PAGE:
lesson #5: is stock market good for you?

a couple of weeks ago, an officemate asked me if the people at the office got the idea to invest in the stock market from me.

i was surprised that people at the office started investing directly at the stock market. i was even more surprised that she thought i had something to do with it. i asked her how she knew they were doing it and why she thinks i had something to do with that. “oh, you know, that was mostly what they have been talking about the past few weeks and i know you are a believer of the stock market so they may have picked that up from your blog or something.”

i seriously hope nobody picked that up “from my blog or something”. investing in the stock market requires different set of skill set and requires a lot of psychological preparation. as a retail investor, you could drown yourself in a lot of stock market literature and still screw it up if you do not have the discipline to study your plan and stick to your plan. and the last time i check, you cannot buy discipline. it is just not available for purchase anywhere.

and more often than not, people lose money at the stock market for the lack of it, not so much for not understanding enough fundamental or/and technical indicators.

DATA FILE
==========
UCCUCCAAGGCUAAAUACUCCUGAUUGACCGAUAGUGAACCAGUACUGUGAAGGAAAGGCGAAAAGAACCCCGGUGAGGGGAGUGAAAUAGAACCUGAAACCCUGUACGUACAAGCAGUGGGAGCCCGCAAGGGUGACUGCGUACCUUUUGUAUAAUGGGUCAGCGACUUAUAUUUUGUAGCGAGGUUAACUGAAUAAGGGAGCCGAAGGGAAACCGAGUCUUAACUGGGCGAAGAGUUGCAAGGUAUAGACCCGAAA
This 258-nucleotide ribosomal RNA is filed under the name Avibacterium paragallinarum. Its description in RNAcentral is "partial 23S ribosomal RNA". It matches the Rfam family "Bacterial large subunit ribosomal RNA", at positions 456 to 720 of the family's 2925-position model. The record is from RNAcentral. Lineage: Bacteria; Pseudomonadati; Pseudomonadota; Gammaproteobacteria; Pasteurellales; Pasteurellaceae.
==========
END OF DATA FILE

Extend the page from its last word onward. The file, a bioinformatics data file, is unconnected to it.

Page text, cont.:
i thought that for the benefit of those who are seriously considering venturing out to the stock market, i would like to share what i have learned along the way of doing it.

know why you are investing at the stock market. let us settle an assumption that like me, you are not doing it for a living. you are not a trader or a stock broker. the only reason why you want to put your money at the stock market is because you want to grow your net worth in fifteen to twenty years time and you are willing to set aside money for this every month, not whenever you feel like it or only if you have something “extra”.

for the sake of your children’s future, do not put invest in equities that money you are going to use to send them to college in five years time. never venture into the stock market because everyone you know is really “getting into it”. do not buy stocks if your risk tolerance for losses is very low (the quickest indication of this is if you have the itch to keep monitoring your portfolio every day, multiple times a day because you have the need to know where you stand already).

my banker gave me a very wise advice a couple of years back. always know what you are saving (or investing) for. once you know what you want that money to do for you and when, finding the right financial vehicle to get you there will be easy.

invest the money you are willing to forget for a long time with high returns come greater risks. buying only blue chips stocks is not a guarantee for loss-proof portfolio. the market overreacts even at the slightest fear or optimism. putting in money you are likely to use for a definite expense in a definite near future is a very risky thing to do.

never borrow money to invest in equities. do not use your next month’s rent. do not use the money you are supposed to use to pay off your credit card bills. do not invest money you do not have. never finance your investments in equities.